Games that cost a lot of money to produce will now cost more. The cost of producing music in the minor leagues has come down. In the major leagues, it is about the same. IOW, most of the costs are stable. It is a matter of remonetizing.

    Costs for game production are going up, yes?

  9. I think isolating online sales is going to be a little misleading. If people really like a song, they might well buy a CD and then rip it – it’s often higher quality, you get concrete ownership of the media and it’s more flexible.

    What I’d expect people would buy online are single well-known songs they want at extremely cheap prices, and experimental buys on the same basis. I’d like to know the correlation between the success of the 85,000 online songs and their success in CD sales.

  10. Jimmy’s idea isn’t far off from the dynamic pricing model described in the link at the top of the thread, and it appears to be working pretty well. And Moose is right, too… what moves at a $0.35 price are older tunes that people want to pad out their collections, plus lesser-known stuff that people would be reluctant to buy at a dollar or more.

    Today’s hobbyist is tomorrow’s wunderkind.

  11. Today’s hobbyist is tomorrow’s wunderkind.

    Very seldom. It really doesn’t work that way. I wish it did. As T-Bone Burnett put it on Jon Taplin’s blog, artists don’t typically have access to capital and they need it to record competitively.

    Some claim CDs are dead and that streaming is the brave new world. Some don’t.

  12. I made my very first public upload to YouTube last night, a music video featuring my wife’s SL character. This morning, with modest promoting, I’ve got 71 views. With a bit of luck, that translates into better attendance at her virtual concerts and maybe a buck or two more in tips.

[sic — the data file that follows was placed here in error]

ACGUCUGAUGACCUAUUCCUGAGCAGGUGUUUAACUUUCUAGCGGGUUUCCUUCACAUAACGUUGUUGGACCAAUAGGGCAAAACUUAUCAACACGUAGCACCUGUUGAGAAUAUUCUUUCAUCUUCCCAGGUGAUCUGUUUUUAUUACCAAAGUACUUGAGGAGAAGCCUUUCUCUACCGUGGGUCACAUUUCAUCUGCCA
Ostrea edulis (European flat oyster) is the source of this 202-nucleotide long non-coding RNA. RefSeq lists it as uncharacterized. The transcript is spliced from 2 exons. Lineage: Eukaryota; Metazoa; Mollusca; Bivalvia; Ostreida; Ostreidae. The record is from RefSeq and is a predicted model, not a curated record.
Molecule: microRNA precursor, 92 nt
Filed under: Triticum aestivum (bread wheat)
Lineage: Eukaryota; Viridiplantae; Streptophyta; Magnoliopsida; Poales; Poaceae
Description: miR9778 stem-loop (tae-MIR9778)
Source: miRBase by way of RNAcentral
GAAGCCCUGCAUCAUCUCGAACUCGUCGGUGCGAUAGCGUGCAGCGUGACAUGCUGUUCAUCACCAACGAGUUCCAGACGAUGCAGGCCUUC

I’m not going to pretend there’s any larger significance. We’re not small fish in a big pond; we’re plankton in an ocean. But if she feels like a star and I feel like Spielberg, and some small fraction of a small audience is moved by our efforts… well, getting paid is really, really nice, but it’s not the only measure of value by any means.

    Artists need to eat — it’s really cool that some fraction can do that from art alone, without needing a day job. Beyond that? Prognosticating the future of the industry is fun, but irrelevant. Artists create. Cashing in is beside the point. “Competitive” is beside the point. The art is the point.

  13. Yukon: where is the YouTube vid? I’d like to watch it.

    Best of luck to the wife in her gigging adventures.

    We’re not fish. We just smell funny.

  14. Annan Dreamscape: Cry Me a River

    Caveats: Second Life’s lip sync feature is still in beta, so it’s impossible to get a perfect sync. My graphics card is old and tired. I was using the MicroSoft video editor, and the nicest thing I can say about it is… it’s free (once upon a time, I trained on an Avid system, and now I’m irrevocably spoiled).

    Caveats aside, I’m rather pleased with the results, and Annan was thrilled.

  15. Nice camera work. Nice voice. Fabulous hoot… graphics. Who did the guitar work?

    One of my favorite songs.

    So she is appearing Second Life? Where?

  16. Silly me, should have posted a link to Annan’s Blog with the video. Her calendar is under Links.

    I’d love to take credit for the fretwork, but it’s a commercial backing track, either from the ’91 remaster of Julie London’s version or a faithful replica.

  17. […] best-selling titles, and worse, that independent artists have actually lost share to major labels. And via Raph, another recent research study with similar findings: of the 13m songs for sale online last year, […]

  18. Dropping the price of unliked content isn’t necessarily going to gain more sales.

    Some fraction of unliked content isn’t bad content, it is niche content. You need to *raise* the price of niche content to make it worthwhile to produce. Setting price by popularity falls into the foolish trap that something liked by 1/10th the audience is worth 1/10th the amount – a sort of double-penalty since you are thus implying 1/100th the revenue!

    The key is to realize not everyone in the flash/indie gamespace is interested in selling crap. That component just happens to be the part that gets the biggest buzz and iPhone news because, being crap, it can be shoveled out to a larger audience. There is a huge diversity in human taste which cannot be addressed by either large budget games or quickly produced shlock. What we should do is try and educate people that when they have a niche taste, they should recognize they have to pay *more* to satisfy that taste than for the latest shiny FPS.

    Jeff Vogel said this all much better than I.